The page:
Towers, chimneys and masts

• Random excitation model (Vickery/Basu)

Three response regimes :
Maximum tip 0.10
deflection /
diameter

‘Lock-in’
Regime

0.01

‘Transition’
Regime

‘Forced
vibration’
0.001                                    Regime
2              5      10       20
Scruton Number

Lock in region - response driven by aerodynamic damping
Towers, chimneys and masts

• Scruton Number

The Scruton Number (or mass-damping parameter) appears in peak response
calculated by both the sinusoidal and random excitation models

4mη
Sc 
ρa b2
mη
Sometimes a mass-damping parameter is used = Sc /4 = Ka =
ρa b2

Clearly the lower the Sc, the higher the value of ymax / b   (either model)

Sc (or Ka) are often used to indicate the propensity to vortex-
induced vibration
Towers, chimneys and masts

• Scruton Number and steel stacks

Sc (or Ka) is often used to indicate the propensity to vortex-induced
vibration
e.g. for a circular cylinder, Sc > 10 (or Ka > 0.8), usually indicates low
amplitudes of vibration induced by vortex shedding for circular cylinders

American National Standard on Steel Stacks (ASME STS-1-1992) provides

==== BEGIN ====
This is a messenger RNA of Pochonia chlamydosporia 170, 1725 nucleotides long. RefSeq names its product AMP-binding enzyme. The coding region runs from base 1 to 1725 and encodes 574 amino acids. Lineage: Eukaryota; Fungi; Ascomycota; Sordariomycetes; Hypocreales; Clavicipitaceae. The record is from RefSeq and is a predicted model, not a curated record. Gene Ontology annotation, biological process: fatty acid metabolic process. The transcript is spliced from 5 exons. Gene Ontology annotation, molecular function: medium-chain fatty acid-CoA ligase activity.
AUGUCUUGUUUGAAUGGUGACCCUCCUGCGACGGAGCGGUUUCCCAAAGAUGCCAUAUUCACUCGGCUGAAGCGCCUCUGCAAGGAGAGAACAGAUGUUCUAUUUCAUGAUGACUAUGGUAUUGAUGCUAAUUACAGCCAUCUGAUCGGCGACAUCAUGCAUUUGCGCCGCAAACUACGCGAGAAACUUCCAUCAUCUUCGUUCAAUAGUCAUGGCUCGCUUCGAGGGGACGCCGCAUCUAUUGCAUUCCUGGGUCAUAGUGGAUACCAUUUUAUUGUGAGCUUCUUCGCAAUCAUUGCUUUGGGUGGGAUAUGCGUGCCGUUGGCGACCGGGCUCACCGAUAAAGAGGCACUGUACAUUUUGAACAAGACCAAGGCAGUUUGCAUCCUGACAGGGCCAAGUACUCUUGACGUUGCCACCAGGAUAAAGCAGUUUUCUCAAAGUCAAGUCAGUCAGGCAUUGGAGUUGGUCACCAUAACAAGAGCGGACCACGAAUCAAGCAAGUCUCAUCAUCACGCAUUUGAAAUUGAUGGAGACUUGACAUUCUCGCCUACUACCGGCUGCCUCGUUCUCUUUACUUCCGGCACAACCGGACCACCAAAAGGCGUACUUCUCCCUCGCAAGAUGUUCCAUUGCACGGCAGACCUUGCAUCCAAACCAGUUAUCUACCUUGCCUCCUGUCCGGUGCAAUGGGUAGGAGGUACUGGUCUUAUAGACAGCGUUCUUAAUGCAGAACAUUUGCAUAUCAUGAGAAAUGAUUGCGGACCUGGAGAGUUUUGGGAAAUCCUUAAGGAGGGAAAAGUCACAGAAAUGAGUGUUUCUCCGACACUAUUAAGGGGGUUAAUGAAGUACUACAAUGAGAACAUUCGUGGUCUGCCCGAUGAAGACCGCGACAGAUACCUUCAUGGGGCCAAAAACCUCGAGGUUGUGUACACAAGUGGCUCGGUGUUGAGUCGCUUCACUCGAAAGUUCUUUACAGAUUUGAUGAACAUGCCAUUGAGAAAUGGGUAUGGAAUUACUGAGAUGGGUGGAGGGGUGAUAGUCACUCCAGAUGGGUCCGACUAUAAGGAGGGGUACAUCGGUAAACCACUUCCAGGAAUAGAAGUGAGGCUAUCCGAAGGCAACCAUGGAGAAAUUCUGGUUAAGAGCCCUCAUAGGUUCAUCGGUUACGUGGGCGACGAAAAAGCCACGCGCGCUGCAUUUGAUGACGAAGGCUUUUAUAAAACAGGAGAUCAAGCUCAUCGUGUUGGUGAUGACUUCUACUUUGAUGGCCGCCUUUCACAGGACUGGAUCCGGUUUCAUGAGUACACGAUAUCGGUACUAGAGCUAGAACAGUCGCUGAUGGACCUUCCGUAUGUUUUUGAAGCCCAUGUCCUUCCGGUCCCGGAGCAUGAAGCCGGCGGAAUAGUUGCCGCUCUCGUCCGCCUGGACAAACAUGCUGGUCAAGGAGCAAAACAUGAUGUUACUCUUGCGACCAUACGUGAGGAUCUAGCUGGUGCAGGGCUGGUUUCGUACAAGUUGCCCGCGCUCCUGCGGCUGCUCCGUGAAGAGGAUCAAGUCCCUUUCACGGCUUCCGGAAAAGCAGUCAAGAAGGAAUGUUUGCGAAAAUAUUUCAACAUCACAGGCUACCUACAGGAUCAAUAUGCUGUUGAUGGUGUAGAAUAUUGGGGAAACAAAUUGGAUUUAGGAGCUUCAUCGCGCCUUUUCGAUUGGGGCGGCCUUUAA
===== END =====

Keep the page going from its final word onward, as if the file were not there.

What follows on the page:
criteria for checking for vortex-induced vibrations, based on Ka

Mitigation methods are also discussed : helical strakes, shrouds, additional
damping (mass dampers, fabric pads, hanging chains)

A method based on the random excitation model is also provided in ASME
STS-1-1992 (Appendix 5.C) for calculation of displacements for design
purposes.
Towers, chimneys and masts

• Helical strakes

For mitigation of vortex-shedding induced vibration :
h/3

h
0.1b

b

Eliminates cross-wind vibration, but increases drag coefficient and along-wind
vibration
Towers, chimneys and masts

• Case study : Macau Tower

Concrete tower 248 metres (814 feet) high
Tapered cylindrical section up to 200 m (656 feet) :
16 m diameter (0 m) to 12 m diameter (200 m)

‘Pod’ with restaurant and observation decks
between 200 m and 238m
Steel communications tower 248 to 338 metres (814 to 1109 feet)
Towers, chimneys and masts
• Case study : Macau Tower

aeroelastic
model
(1/150)
Towers, chimneys and masts

• Case study : Macau Tower

• Combination of wind tunnel and theoretical
modelling of tower response used

• distributions of mean, background and resonant wind loads
derived (Lecture 13)

• Wind-tunnel test results used to ‘calibrate’
computer model
Towers, chimneys and masts

• Case study : Macau Tower

Wind tunnel model scaling :

• Length ratio Lr = 1/150

• Density ratio r = 1

• Velocity ratio Vr = 1/3
Towers, chimneys and masts

• Case study : Macau Tower

Derived ratios to design model :